InDHSS: Employee Newsletter


June 2014





Safe Surrender PSA Wins Emmy Award

Some exciting news for OCS and the professionals we work with at the Department of Health and Social Services!

DHSS Communications Manager Clay Butcher picked up an Emmy Award in Seattle June 7 for a moving public service announcement he created on Alaska's Safe Surrender Law. The Northwest Chapter of the National Academy of Television Arts and Sciences awarded the 2014 Emmy in the category of Community/Public Service for the video PSA.
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Background checks for foster care

Background checks can be confusing, but they play a critical role in keeping children and other vulnerable Alaskans safe. With the increased use of the Department of Health and Social Services’ fingerprint-based Background Check Program (BCP), and improved identification of barrier crimes or conditions, many people are concerned about how this process will impact their work and families. If someone applies to work with vulnerable adults or children in the state of Alaska, he or she will go through this process. So will all foster care providers, licensed and unlicensed. 
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Legislative Focus: 2014 bills affect OCS policy

Many bills made it through the legislative process in 2014. Here we focus on three whose passage will directly impact our work in the Office of Children’s Services.
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OCS regional psychiatric nurses: Who are we and what do we do

Four regions in Alaska have psychiatric nurses in their primary offices: Jenifer Swigart supports the Anchorage Region; Cheryl Blakney supports SCRO located in Wasilla; John Luchansky supports the NRO in Fairbanks; and Diana Grieser supports SERO in Juneau and also covers WRO off site.
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Innovation in practice: Improving the reliability of maltreatment determinations

The Office of Children’s Services (OCS) Initial Assessment (IA) workers conduct assessments on all screened-in child maltreatment reports. After ensuring present child safety and determining future risk, the IA worker determines whether the alleged maltreatment occurred per OCS policy and Alaska statutes. Everyone involved in this process is affected and wants assurance that reliable decisions are being made based on the facts presented, the extent of maltreatment, and on sound practice.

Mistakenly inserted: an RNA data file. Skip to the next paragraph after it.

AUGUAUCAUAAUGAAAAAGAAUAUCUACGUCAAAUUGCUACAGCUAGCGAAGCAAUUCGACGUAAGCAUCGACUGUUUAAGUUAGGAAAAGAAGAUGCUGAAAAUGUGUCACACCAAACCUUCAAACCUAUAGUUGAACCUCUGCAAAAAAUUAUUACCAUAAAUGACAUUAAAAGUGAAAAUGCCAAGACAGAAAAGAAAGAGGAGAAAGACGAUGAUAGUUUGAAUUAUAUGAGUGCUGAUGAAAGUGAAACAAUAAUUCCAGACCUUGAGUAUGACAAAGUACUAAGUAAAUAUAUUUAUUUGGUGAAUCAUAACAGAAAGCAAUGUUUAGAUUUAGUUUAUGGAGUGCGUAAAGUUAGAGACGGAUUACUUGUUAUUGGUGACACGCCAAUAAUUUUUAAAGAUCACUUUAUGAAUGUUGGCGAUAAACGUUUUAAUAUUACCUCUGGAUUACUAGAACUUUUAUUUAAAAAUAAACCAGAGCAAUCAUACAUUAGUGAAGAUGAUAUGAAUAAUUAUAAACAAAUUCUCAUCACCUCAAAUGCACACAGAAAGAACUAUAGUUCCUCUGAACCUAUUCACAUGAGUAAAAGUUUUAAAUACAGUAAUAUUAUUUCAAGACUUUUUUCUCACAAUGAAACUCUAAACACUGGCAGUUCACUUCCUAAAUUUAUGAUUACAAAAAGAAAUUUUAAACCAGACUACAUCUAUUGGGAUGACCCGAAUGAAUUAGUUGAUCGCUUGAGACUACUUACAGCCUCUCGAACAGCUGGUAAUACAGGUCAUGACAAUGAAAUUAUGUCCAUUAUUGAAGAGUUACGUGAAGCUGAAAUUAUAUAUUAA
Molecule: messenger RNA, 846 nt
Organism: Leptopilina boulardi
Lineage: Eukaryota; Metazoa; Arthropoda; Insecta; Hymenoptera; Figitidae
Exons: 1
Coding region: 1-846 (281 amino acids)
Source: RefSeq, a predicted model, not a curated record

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South Central Region highlight: Better is the new norm

When I think of the improvements that the Wasilla field office has made over the past four years, it is difficult to pin down any one factor that I could convincingly articulate as the cause of our progress. So often we look for a single cause, intervention or adaptation that results in achieving the desired affects that we miss the true sources of change.
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The OCS Interview: Meet Casey Groat!

Statewide Indian Child Welfare Act (ICWA) Coordinator for OCS.
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Greetings colleagues. As many of you know, everything OCS does and is statutorily required to do directly correlates to ensuring the safety, permanency and well-being of the children we serve. Over the past eight years, we have given a heavy focus to improving practice and the outcomes around child safety. We have made great progress in many ways, but there is still improvement needed to refine and bring greater consistency to those efforts. Safety is and will remain an area of focus in conjunction with our many ongoing efforts.
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One of the primary responsibilities of the Office of Children’s Services is to protect vulnerable children from maltreatment. One indicator of whether this responsibility is being accomplished is the rate of repeat maltreatment.
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